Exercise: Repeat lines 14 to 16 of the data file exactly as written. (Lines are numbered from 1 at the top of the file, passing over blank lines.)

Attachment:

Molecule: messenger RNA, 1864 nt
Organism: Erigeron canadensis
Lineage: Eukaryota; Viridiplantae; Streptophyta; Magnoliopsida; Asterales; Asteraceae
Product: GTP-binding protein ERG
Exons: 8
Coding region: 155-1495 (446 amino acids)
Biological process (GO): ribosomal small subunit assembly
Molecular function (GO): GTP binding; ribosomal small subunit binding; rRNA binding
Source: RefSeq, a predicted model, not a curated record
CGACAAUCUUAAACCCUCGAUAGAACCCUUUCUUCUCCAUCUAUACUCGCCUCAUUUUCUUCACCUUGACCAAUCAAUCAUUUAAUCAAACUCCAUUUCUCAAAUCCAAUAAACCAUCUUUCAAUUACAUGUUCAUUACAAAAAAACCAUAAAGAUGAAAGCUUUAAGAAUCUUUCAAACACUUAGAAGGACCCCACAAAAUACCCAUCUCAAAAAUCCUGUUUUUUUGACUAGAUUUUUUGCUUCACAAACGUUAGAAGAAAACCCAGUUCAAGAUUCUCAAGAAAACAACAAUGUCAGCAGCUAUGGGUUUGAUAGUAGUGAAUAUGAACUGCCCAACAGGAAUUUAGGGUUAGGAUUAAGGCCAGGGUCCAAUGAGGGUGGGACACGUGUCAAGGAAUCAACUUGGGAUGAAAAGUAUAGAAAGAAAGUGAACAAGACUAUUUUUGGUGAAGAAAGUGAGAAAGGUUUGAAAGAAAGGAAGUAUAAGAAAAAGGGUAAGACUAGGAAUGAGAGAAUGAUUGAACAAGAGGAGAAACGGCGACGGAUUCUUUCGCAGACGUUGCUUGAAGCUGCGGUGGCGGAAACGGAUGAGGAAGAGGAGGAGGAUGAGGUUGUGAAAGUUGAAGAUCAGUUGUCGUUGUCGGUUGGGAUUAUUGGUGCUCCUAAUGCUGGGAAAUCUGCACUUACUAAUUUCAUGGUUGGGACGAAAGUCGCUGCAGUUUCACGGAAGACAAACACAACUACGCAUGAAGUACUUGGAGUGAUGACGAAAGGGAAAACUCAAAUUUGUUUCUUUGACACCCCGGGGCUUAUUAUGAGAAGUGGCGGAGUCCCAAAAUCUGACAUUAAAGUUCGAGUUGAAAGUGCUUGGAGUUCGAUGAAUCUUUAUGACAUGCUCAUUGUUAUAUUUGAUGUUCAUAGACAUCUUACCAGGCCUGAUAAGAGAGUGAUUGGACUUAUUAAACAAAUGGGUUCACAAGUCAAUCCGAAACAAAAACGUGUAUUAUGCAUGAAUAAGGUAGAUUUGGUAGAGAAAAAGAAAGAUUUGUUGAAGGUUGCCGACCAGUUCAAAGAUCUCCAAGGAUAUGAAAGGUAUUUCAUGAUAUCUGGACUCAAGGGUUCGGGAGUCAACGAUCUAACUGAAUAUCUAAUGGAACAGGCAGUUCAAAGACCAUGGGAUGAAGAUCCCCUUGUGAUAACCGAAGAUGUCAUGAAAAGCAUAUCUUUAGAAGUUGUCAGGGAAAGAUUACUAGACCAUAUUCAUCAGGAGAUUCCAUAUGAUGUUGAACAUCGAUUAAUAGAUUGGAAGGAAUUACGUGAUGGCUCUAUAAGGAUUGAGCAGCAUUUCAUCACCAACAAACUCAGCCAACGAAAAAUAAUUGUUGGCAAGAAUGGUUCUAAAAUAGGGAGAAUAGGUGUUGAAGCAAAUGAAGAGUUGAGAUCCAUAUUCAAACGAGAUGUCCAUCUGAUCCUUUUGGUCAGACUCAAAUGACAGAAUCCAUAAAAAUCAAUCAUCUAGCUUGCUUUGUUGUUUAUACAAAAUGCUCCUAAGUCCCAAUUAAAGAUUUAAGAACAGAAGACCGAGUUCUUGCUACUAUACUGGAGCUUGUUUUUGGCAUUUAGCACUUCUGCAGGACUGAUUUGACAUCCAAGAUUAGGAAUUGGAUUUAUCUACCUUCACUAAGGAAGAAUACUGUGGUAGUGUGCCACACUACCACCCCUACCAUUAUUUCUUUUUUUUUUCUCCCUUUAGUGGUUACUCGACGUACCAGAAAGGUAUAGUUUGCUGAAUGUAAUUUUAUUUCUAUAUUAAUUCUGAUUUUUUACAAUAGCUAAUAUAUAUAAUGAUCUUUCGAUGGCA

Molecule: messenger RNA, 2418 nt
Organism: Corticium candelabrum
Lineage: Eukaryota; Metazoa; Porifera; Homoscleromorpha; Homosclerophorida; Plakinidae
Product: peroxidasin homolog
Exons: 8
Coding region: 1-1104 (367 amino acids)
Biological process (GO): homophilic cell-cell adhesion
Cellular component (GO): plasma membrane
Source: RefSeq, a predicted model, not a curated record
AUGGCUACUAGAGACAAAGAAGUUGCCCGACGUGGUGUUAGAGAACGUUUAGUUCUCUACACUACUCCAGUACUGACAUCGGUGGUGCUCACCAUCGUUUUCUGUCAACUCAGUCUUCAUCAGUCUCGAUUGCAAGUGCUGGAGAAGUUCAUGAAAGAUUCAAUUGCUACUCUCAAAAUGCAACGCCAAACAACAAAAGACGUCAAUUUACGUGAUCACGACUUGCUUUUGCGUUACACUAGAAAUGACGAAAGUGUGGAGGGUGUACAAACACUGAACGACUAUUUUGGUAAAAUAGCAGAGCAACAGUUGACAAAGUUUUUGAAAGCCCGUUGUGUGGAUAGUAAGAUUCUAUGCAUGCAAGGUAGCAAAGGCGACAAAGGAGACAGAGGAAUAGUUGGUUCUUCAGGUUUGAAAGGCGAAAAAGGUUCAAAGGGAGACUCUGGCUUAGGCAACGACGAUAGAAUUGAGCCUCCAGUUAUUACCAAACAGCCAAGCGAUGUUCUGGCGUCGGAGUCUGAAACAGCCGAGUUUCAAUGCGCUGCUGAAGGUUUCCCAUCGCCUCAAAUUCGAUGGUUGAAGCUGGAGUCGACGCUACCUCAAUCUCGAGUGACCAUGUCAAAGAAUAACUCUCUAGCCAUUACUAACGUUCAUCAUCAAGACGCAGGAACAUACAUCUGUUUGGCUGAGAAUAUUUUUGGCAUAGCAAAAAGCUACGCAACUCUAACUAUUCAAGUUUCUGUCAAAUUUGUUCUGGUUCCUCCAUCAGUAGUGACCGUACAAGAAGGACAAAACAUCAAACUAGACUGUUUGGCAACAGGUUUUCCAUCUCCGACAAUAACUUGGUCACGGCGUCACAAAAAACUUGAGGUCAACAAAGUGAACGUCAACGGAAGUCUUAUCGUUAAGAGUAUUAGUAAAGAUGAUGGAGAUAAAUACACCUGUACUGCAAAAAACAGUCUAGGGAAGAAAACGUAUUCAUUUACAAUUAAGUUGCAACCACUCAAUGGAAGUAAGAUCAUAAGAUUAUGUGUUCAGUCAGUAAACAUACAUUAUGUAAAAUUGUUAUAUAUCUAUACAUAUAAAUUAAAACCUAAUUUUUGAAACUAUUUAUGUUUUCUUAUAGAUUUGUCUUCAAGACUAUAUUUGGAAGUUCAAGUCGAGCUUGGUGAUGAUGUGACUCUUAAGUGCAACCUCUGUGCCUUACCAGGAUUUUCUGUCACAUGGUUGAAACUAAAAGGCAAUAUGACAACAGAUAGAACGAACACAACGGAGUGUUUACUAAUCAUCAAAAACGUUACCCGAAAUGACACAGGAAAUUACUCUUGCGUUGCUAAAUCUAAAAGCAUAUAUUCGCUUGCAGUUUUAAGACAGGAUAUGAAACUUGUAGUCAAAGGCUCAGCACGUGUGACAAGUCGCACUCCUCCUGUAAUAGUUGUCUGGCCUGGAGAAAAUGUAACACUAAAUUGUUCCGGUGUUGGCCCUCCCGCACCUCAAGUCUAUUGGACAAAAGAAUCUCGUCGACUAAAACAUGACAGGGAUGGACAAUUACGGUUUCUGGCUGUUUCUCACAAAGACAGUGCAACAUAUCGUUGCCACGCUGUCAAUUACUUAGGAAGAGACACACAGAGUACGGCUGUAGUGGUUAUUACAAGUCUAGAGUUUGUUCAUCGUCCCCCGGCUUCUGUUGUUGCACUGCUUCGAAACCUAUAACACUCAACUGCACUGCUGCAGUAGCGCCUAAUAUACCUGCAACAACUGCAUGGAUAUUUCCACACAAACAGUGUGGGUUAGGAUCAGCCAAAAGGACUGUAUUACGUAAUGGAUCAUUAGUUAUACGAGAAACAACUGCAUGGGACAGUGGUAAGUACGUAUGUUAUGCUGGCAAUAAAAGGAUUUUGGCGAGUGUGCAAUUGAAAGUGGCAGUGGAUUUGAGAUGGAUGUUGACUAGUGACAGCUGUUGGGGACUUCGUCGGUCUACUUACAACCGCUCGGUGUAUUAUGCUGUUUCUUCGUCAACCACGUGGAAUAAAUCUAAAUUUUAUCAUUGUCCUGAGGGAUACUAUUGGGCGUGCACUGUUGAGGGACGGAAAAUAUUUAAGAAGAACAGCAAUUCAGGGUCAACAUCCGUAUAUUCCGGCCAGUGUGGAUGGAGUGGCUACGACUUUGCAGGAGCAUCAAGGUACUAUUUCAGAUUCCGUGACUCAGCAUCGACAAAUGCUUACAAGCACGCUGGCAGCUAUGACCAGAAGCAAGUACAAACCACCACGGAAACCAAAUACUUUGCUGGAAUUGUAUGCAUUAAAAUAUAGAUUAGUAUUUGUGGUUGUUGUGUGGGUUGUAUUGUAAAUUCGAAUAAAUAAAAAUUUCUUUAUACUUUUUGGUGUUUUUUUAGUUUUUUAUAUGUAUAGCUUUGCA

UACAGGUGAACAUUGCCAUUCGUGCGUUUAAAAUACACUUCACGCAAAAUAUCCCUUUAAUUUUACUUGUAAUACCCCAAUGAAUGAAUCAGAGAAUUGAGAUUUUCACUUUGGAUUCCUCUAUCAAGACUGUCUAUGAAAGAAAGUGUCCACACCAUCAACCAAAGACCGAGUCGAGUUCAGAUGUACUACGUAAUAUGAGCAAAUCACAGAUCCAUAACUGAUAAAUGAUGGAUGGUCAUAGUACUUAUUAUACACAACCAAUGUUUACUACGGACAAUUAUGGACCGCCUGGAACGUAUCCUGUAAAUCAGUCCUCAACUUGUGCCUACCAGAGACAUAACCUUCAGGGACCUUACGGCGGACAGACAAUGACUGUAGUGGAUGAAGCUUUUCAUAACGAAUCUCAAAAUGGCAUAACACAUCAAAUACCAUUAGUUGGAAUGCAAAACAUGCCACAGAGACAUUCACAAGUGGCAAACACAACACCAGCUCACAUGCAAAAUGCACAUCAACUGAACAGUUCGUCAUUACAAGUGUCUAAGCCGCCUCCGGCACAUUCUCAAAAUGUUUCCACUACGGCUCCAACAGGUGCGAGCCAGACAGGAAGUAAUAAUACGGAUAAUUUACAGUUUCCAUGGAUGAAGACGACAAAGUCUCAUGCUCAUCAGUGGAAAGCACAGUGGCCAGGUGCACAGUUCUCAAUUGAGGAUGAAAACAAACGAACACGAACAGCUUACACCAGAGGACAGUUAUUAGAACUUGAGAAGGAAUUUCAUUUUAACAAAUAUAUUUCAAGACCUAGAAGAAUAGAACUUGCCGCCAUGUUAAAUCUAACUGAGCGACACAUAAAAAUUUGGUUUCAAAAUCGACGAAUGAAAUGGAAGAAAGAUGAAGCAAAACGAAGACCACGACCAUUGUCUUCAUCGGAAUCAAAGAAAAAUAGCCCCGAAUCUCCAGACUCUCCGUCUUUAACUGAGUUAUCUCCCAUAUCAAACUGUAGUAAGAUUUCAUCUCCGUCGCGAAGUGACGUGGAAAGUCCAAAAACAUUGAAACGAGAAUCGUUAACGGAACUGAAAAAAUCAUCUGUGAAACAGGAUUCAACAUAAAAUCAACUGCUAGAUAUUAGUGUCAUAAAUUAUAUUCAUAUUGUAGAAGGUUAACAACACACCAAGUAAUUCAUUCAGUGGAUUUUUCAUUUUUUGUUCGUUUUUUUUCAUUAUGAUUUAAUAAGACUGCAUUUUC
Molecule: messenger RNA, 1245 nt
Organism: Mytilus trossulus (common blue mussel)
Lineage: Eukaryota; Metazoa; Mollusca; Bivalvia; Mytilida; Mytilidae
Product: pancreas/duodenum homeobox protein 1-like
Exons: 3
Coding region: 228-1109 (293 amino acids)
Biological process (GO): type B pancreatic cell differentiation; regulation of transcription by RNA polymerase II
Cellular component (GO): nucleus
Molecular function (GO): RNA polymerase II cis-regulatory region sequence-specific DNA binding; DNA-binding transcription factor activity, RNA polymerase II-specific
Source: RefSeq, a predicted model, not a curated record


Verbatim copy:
Product: peroxidasin homolog
Exons: 8
Coding region: 1-1104 (367 amino acids)